Here’s Why Deleted iPhone Photos Suddenly Reappeared for Some Users

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When someone deletes images from their iPhone, they expect the photos to be truly gone. However, an unusual bug appeared in iOS 17.5, which has since been replaced with an urgent iOS 17.5.1 update that brought photos back from the dead.

The Verge calls it a “nudes-resurrection issue,” but the bug could, of course, affect any deleted photo, not just the spicy ones. Although the issue, which Apple described as the result of “database corruption,” has seemingly been fixed by a fresh iOS (and iPadOS) 17.5.1 update, iPhone owners still have a lot of questions.

Apple was initially tight-lipped, but now that a few days have passed, the tech giant spoke to 9to5Mac about what happened.

It is important to note that the reappearing photos weren’t from the “deleted” folder on Apple devices, which can hold trashed files for up to 30 days. Some of the images that reappeared were much older than that.

“One question many people had is how images from dates as far back as 2010 resurfaced because of this problem. After all, most people aren’t still using the same devices now as they were in 2010,” 9to5Mac writes. “Apple confirmed to me that iCloud Photos is not to be blamed for this. Instead, it all boils to the corrupt database entry that existed on the device’s file system itself.”

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Photo licensed via Depositphotos.

These database entries could then be transferred from device to device as users upgrade to new iPhones and iPads. If someone gets a new device and restores from an existing backup or does a complete transfer from old to new, these database entries can persist across multiple devices for many years.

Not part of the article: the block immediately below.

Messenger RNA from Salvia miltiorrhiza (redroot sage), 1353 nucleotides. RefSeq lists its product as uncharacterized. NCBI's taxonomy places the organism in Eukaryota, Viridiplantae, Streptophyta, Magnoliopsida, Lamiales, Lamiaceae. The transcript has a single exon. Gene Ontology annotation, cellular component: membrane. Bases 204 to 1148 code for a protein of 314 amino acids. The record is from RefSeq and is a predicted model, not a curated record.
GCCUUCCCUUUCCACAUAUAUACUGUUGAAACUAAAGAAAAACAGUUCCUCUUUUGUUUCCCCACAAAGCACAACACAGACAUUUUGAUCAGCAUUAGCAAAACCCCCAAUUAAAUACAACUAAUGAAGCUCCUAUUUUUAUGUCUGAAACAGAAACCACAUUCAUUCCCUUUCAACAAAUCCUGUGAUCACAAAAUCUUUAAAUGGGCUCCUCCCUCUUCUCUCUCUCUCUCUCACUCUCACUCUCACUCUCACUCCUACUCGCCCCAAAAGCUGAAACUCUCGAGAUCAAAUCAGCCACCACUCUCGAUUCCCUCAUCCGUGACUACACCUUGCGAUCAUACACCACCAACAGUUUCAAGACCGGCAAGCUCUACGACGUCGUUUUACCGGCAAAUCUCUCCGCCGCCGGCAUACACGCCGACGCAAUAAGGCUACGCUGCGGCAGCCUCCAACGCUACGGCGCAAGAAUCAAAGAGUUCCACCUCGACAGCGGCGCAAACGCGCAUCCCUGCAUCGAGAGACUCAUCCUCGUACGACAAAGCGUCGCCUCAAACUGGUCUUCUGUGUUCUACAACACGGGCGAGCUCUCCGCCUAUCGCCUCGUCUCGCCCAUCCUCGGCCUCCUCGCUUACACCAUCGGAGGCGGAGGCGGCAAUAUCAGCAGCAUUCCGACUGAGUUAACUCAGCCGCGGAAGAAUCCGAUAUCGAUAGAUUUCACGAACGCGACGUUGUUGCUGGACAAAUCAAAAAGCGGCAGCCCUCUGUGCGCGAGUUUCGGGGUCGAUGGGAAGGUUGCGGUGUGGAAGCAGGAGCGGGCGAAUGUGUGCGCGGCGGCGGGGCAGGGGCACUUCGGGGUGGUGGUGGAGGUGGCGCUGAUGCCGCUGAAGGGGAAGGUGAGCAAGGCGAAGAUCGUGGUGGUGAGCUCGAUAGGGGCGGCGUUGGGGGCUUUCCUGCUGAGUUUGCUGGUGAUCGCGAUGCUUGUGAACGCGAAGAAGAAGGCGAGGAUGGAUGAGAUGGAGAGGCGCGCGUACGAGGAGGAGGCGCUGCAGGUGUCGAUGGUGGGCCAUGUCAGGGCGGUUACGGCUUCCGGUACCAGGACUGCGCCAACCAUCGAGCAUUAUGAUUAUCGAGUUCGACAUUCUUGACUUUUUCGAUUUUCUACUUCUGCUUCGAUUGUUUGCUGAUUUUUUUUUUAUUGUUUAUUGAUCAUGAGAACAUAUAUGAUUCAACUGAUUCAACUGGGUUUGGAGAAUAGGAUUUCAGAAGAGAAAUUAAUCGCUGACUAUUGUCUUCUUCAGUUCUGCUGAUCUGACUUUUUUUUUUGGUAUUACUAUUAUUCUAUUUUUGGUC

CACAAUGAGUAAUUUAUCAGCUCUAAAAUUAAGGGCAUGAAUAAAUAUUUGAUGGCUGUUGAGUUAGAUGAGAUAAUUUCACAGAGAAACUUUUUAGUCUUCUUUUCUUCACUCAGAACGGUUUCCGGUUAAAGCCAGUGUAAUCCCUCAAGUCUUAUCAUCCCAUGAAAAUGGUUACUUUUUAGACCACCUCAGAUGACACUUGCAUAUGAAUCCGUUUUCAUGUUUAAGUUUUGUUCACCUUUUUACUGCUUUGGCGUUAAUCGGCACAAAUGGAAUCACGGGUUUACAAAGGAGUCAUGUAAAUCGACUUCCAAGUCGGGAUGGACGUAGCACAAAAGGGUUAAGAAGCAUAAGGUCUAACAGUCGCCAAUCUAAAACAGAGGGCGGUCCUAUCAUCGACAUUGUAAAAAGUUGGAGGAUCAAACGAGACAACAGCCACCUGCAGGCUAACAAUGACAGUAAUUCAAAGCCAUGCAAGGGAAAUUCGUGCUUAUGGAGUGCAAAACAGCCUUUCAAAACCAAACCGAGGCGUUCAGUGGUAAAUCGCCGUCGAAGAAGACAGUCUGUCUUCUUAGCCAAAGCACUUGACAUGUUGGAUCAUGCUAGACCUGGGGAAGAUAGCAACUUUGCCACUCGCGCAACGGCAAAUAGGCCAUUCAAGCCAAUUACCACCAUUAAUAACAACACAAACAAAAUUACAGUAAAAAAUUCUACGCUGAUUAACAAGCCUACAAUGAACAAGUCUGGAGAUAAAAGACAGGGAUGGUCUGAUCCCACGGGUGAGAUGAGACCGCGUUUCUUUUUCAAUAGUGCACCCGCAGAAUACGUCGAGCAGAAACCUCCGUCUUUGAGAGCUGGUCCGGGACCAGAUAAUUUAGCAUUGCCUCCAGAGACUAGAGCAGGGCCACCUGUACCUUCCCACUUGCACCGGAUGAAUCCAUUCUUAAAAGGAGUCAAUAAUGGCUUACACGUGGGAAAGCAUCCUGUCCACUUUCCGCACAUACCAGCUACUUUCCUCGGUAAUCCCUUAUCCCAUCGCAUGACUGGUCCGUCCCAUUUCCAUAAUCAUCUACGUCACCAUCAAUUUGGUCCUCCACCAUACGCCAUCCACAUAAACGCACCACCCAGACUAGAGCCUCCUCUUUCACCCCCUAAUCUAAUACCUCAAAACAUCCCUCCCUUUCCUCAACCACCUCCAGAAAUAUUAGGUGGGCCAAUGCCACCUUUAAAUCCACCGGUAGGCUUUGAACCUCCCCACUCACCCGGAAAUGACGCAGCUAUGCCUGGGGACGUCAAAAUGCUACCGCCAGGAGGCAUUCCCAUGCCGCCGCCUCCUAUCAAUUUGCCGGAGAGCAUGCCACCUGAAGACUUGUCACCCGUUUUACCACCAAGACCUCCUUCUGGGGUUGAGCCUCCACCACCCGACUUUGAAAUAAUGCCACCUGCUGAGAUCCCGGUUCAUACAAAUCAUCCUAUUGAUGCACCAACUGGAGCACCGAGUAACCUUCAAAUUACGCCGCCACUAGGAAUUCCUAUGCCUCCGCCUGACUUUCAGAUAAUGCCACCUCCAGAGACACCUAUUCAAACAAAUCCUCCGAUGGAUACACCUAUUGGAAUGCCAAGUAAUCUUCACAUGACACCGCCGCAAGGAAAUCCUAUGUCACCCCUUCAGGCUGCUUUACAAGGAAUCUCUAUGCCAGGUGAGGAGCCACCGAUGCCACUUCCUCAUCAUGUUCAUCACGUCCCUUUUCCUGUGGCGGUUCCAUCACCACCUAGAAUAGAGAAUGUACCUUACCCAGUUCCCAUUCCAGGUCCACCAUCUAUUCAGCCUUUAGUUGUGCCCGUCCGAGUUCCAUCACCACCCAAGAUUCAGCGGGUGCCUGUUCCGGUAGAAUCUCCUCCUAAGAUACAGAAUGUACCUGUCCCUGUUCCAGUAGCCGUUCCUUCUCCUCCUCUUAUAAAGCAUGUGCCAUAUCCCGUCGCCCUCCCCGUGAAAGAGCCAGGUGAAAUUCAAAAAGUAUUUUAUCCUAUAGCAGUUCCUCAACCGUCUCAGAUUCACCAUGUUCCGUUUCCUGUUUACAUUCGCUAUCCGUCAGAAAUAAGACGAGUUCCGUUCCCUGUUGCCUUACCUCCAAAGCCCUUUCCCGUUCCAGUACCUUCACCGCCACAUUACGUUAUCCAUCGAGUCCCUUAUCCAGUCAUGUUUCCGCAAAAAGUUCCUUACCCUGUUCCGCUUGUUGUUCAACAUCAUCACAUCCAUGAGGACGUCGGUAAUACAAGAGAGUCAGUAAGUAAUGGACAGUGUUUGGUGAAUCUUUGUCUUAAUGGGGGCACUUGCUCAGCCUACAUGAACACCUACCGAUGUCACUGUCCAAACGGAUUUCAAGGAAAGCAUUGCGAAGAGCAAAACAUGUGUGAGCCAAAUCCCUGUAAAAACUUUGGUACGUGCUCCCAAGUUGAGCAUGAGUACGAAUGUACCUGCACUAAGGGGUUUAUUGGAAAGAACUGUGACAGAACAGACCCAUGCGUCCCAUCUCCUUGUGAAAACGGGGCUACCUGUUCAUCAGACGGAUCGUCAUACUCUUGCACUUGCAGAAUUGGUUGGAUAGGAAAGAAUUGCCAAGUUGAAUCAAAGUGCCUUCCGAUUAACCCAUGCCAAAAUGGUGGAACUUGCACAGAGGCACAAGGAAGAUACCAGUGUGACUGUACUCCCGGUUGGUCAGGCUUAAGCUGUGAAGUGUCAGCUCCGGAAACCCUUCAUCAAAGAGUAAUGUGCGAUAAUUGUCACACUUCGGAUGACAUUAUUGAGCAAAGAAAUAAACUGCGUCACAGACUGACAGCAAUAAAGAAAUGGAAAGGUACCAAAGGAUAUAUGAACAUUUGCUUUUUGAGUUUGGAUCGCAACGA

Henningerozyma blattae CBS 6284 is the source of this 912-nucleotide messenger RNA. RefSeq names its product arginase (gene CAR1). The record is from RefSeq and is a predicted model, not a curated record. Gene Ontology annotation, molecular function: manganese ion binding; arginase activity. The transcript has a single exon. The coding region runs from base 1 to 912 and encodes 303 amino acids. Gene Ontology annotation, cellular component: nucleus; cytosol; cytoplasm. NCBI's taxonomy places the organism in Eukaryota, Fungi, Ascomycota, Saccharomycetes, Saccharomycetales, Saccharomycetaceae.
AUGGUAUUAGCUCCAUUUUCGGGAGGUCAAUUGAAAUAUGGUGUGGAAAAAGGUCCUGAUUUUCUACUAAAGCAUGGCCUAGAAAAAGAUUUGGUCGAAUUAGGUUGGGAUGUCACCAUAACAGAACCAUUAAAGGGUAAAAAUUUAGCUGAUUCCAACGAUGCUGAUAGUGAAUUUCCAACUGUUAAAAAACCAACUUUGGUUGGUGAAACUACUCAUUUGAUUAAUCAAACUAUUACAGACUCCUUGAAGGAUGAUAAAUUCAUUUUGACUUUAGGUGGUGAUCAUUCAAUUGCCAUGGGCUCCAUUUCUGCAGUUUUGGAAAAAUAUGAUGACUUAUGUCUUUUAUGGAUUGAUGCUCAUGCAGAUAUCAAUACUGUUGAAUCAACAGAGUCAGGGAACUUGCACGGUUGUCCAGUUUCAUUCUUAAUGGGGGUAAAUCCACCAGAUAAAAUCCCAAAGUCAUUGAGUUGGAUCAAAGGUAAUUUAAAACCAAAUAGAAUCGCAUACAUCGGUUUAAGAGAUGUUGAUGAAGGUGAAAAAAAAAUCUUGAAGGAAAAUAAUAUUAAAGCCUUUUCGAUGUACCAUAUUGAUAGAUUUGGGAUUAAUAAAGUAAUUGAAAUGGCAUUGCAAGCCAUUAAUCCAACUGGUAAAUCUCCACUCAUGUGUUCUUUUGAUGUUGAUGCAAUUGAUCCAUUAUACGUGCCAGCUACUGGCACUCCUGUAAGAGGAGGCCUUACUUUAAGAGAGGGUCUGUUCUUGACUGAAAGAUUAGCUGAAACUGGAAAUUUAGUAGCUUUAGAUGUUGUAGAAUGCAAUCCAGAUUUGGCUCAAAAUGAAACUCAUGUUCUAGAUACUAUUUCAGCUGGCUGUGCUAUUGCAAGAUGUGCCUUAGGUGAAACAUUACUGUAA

In a now-deleted Reddit post, one user even claimed that their deleted photos appeared on an iPad they sold to a friend. Apple denies this is possible, provided a user followed Apple’s recommendations for erasing a device before selling it. If someone selected “Erase All Content and Settings” from their device’s settings, there’s no chance old photos could resurface down the line.

Apple also says that the issue, although widely publicized this week, was “rare” and only impacted a small number of photos for a limited group of people. Importantly, this was not an iCloud issue, and it couldn’t overcome comprehensive deletion through iOS’s settings.

However, for affected users, the zombie photos were not automatically removed by iOS 17.5.1, so they must be manually deleted (again) and should, ideally, never pop up again. Apple also didn’t detail precisely how this bug only now popped up in iOS 17.5, considering that some ghost files were from many iOS versions ago.

Synacktiv did an analysis on the iOS 17.5 photo bug, and it determined that a minor change to the code for the iOS file system scanning caused it. However, the report doesn’t conclude anything about how the photos remained in the filesystem in the first place.

A commenter on Reddit claims that the issue could be caused by users deleting images from Photos, but not the Files app, which uses a separate database. The user adds that “due to a rare bug within iOS 17.5, the system attempts to re-save all photos/media/files from the Files app into the Photos app, this happens during the re-indexing process which happens when you update your phone.”

Cybersecurity issues are common, whether due to bugs, glitches, or just vulnerabilities. Fortunately, this one has been addressed and didn’t reflect a significant privacy concern. When old images that someone thought had long been deleted reappear in the Photos app, it’s easy to understand the resulting panic.

Image credits: Apple